The Court also held that the Central Civil Services (Leave) Rules 1972 were formulated to entrench and enhance the objects of Article 15 of the Constitution and other relevant constitutional rights and protections.

The Bench also asserted that the right to reproduction and child rearing has been recognized as an important facet of a person's right to privacy, dignity and bodily integrity under Article 21. Article 42 enjoins the State to make provisions for securing just and humane conditions of work and for maternity relief.

The Court while referring to the case observed that the fact that the Appellant's spouse had two biological children from his first marriage would not impinge upon the entitlement of the appellant to avail maternity leave for her sole biological child.

The Bench also observed that gendered roles assigned to women and societal expectations mean that women are always pressed upon to take a disproportionate burden of childcare work.

The Court thus held that the grant of child care leave to the Appellant could not be used to disentitle her to maternity leave under Rule 43 of the Rules of 1972.

"The grant of maternity leave under Rules of 1972 is intended to facilitate the continuance of women in the workplace. It is a harsh reality that but for such provisions, many women would be compelled by social circumstances to give up work on the birth of a child, if they are not granted leave and other facilitative measures. No employer can perceive child birth as detracting from the purpose of employment. Child birth has to be construed in the context of employment as a natural incident of life and hence, the provisions for maternity leave must be construed in that perspective," the Bench added.

The Court held, "The predominant understanding of the concept of a "family" both in the law and in society is that it consists of a single, unchanging unit with a mother and a father (who remain constant over time) and their children. This assumption ignores both, the many circumstances which may lead to a change in one‟s familial structure, and the fact that many families do not conform to this expectation to begin with. Familial relationships may take the form of domestic, unmarried partnerships or queer relationships. A household may be a single parent household for any number of reasons, including the death of a spouse, separation, or divorce. Similarly, the guardians and caretakers (whot raditionally occupy the roles of the "mother" and the "father") of children may change with remarriage, adoption, or fostering. These manifestations of love and of families may not be typical but they are as real as their traditional counterparts. Such atypical manifestations of the family unit are equally deserving not only of protection under law but also of the benefits available under social welfare legislation."'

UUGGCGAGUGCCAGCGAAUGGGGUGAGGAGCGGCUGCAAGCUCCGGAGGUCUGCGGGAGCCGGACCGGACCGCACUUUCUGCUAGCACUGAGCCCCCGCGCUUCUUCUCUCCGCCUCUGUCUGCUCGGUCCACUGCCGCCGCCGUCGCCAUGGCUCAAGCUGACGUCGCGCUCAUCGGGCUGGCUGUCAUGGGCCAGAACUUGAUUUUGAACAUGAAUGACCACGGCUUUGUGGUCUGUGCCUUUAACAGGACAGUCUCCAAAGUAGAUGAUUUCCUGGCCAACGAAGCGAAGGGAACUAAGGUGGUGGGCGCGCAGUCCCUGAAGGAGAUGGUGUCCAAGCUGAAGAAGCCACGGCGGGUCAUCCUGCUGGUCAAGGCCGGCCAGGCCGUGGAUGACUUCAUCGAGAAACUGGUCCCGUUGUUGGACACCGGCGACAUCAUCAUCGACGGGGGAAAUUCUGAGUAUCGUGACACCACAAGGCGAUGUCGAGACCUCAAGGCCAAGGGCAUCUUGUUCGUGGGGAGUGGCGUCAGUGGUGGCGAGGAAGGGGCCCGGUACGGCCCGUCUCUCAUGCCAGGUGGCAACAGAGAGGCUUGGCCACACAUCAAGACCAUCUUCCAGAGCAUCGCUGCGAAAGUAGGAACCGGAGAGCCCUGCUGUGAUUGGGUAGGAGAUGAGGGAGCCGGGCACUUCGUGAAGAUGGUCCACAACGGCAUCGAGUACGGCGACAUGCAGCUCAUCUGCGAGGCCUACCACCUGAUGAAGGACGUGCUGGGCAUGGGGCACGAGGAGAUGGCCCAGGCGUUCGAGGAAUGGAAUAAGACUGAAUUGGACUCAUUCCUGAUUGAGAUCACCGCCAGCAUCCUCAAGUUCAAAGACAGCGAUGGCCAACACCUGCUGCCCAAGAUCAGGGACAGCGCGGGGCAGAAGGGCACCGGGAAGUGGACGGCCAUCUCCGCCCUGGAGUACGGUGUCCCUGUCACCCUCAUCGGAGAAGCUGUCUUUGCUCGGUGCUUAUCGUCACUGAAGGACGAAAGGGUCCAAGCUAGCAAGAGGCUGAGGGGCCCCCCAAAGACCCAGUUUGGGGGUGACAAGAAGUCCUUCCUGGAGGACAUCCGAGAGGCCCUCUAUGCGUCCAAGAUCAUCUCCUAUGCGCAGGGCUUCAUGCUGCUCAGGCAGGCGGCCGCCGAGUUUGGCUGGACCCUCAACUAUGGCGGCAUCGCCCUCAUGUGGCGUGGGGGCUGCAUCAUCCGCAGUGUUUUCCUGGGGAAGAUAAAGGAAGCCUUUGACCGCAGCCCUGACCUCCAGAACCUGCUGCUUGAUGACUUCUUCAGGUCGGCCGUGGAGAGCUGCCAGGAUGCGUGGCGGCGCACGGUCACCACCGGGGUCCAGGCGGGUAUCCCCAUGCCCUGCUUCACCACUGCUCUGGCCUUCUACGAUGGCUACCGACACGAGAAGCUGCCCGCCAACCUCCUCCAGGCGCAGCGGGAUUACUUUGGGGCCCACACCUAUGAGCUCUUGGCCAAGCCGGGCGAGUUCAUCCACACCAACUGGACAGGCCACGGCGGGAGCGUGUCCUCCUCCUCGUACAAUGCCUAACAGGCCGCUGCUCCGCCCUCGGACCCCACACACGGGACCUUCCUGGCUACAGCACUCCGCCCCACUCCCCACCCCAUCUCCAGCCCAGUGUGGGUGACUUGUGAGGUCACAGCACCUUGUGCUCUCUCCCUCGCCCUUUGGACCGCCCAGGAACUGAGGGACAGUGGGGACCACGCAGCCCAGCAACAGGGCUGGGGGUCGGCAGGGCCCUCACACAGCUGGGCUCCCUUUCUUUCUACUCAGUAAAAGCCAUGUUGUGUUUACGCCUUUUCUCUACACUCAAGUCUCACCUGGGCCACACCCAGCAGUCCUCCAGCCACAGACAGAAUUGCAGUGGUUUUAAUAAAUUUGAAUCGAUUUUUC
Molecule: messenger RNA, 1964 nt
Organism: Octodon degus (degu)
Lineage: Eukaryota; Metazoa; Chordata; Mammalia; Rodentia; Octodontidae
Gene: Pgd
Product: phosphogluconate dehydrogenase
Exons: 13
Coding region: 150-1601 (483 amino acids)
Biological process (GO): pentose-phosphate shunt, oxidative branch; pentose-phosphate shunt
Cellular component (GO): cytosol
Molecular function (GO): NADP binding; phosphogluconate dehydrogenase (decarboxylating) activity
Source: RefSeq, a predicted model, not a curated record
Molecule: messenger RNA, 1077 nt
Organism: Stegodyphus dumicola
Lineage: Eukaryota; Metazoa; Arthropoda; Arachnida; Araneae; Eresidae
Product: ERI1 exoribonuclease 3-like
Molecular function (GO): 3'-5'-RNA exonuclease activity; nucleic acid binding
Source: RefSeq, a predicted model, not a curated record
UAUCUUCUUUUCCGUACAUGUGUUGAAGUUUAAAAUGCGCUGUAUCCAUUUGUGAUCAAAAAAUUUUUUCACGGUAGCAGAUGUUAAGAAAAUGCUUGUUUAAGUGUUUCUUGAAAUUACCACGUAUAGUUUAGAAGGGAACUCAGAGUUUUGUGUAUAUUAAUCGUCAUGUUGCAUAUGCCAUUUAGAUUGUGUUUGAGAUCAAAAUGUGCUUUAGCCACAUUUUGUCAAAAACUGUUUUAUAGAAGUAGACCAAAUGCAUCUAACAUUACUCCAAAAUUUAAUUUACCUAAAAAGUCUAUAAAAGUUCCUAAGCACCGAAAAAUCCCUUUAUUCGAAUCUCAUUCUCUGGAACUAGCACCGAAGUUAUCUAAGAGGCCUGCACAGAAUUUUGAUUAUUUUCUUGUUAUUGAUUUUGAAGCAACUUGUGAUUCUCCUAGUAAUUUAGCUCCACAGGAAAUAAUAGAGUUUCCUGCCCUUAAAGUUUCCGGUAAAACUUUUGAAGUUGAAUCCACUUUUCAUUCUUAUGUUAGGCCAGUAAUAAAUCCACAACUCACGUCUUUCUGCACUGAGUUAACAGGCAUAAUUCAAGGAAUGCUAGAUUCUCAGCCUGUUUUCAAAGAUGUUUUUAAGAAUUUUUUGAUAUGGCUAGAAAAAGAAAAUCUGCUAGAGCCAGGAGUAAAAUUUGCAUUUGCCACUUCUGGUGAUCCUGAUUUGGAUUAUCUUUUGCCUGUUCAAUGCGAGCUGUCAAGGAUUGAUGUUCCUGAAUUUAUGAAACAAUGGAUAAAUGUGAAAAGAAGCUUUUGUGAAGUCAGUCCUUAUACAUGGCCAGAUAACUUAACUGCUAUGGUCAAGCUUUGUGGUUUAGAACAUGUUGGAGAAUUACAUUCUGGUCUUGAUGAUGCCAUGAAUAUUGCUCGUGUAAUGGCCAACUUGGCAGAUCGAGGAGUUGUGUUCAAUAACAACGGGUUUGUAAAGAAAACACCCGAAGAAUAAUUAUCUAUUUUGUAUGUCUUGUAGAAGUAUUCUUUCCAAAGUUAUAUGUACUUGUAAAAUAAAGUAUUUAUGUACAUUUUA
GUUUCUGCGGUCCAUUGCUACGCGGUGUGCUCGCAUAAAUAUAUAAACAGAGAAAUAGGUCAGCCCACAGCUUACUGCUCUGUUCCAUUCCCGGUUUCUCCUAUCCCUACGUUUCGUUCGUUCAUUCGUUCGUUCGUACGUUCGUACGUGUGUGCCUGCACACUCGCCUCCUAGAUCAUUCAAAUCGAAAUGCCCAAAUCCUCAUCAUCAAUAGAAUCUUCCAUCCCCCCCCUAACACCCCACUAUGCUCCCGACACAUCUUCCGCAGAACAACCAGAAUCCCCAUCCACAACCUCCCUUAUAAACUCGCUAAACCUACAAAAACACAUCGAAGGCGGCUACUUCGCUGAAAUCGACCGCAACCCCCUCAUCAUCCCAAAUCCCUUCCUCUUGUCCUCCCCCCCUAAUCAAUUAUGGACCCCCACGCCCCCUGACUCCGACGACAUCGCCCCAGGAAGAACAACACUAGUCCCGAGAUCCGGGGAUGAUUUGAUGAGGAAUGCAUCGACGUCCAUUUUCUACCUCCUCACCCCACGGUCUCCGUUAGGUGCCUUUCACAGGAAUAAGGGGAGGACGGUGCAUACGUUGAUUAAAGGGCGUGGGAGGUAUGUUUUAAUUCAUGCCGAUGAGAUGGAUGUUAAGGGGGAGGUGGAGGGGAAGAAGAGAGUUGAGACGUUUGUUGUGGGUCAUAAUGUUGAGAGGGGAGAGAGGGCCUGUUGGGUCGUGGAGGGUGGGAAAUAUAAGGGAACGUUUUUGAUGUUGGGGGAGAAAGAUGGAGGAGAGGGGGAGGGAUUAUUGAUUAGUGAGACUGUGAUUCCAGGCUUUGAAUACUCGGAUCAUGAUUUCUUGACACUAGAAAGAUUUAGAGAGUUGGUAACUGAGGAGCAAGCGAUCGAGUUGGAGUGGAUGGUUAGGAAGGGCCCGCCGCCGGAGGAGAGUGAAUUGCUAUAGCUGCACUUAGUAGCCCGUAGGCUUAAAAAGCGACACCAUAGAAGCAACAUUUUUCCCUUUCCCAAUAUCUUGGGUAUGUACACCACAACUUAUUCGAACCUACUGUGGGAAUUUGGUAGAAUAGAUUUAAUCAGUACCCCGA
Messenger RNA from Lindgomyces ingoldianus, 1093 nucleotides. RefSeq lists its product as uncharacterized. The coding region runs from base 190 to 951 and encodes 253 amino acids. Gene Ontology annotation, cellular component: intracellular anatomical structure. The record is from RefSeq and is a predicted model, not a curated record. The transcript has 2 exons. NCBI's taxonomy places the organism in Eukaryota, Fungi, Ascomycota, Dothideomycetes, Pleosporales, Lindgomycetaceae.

In light of these observations, the Court thus held that the Appellant was entitled to the grant of maternity leave. Therefore, the Bench set aside the impugned judgment of the High Court and allowed the appeal.

The Court held that the benefits which are admissible to the Appellant shall be released to her.

Cause Title – Deepika Singh v. Central Administrative Tribunal & Others